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The basic pension is lower than the income support threshold, so if they have no other income, state pensioners can top up with income support. This comes in the form of a means-tested Pension Credit which brings the weekly amount up to £130 for a single person and £198.45 for a couple.

In 1949 there were approx. 4 million pensioners in the UK. There are now 10.5 million and they live longer in retirement. This is expected to rise to 12.5 million by 2025 and to 14 million by 2050. While there are now 4.5 working people to every pensioner, by 2025 there will only be 3.5

Since Margaret Thatcher changed the rules in the 1980s, pensions go up with prices, not with earnings which outstrip prices. If pensions had risen in line with earnings, the basic state pension would now be around £130 a week – still not much but a whole load better than what a retired person now gets.

Home responsibilities protection is for people who look after a sick or disabled person for at least 35 hours a week, or receive child benefit for a child under 16 or still in full time education. Your local DSS office is the best place to ask about this initially.

If your earnings were less than the “lower earnings limit” (at the time of writing this is £4,940 a year or £95 a week), you may not be in line for a full pension. You might qualify for Home responsibilities protection. Or maybe you could consider making Class 3 Voluntary NI Contributions.

Don’t forget that if your income is really low and you have little in the way of savings, you might be better ignoring all NI top-ups and going for a means-tested Pension Credit benefit which can also include payment of your rent or mortgage interest.

To improve your State Pension prospects you can pay Class 3 Voluntary NI Contributions. Only those years with completely paid up NI contributions count towards your state pension. So if you had paid most but not all of a year’s NI contributions it seems a good idea to make up the shortfall.

While the DSS are the first people to ask, in the first instance, it is important to realise that because the system is so complex they may not get it right. In fact if you are retiring they may even miscalculate your entitlement (If this happens you can of course appeal but would need to know that they have made a mistake in the first place).

Yes. (Another great myth exploded). But usually the State pension is below the tax threshold. It depends on your personal allowance but basically the normal State Pension of around £4,950 pa, for a single person, is unlikely to be taxed if that is all the income you have.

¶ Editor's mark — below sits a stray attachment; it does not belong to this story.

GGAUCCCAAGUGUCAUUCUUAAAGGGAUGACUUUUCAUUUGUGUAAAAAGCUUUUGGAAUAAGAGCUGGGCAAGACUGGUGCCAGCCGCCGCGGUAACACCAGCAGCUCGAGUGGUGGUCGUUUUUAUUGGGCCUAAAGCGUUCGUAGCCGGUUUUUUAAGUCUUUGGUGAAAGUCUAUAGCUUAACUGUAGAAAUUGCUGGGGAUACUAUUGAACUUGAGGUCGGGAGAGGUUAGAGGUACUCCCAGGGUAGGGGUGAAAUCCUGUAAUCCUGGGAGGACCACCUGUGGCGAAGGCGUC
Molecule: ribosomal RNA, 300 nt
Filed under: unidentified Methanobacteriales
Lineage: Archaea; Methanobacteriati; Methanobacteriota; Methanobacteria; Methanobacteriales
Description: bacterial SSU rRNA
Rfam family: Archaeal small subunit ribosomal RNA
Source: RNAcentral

They will be taxed together. Suppose your total state entitlement including the second pension is £6,000 a year and you have £4,000 from an occupational pension and £3,000 from a personal pension. You now have a total taxable income of £13,000. The first £9,500 or so is tax free so you end up paying 20% on the £3,500 remaining – about £14 a week.

Once you reach the state pension age, you don’t pay National Insurance anymore even if you carry on working. For someone on around £20,000, that’s a saving of nearly £40 a week. And you get free local public transport including a free bus pass (in England) with local trains and tubes for London residents.

Perhaps surprisingly, the list of “good countries” includes the former Yugoslavia, the European Union and the United States but not Australia, New Zealand, South Africa or Canada. Oh well. Suppose the blood given for King and country by the Aussies, Kiwis and co, on all those sad battlefields, has been forgotten about.

Formerly known as SERPS, S2P is a top up to your state pension to reflect your earnings over your working life. It is an addition to your State Pension.. It used to be calculated on 25% of your salary during its best years. But this level is gradually being lowered to 20%.

During the 18th century the poor relied on the Elizabethan “poor laws”. The parishes had to support the poor and sick but not the “work shy”. However the conditions of the notorious poorhouses and a growing social awareness, thanks to writers like Charles Dickens, meant that by the end of the 19th century, state intervention had become a vote winner.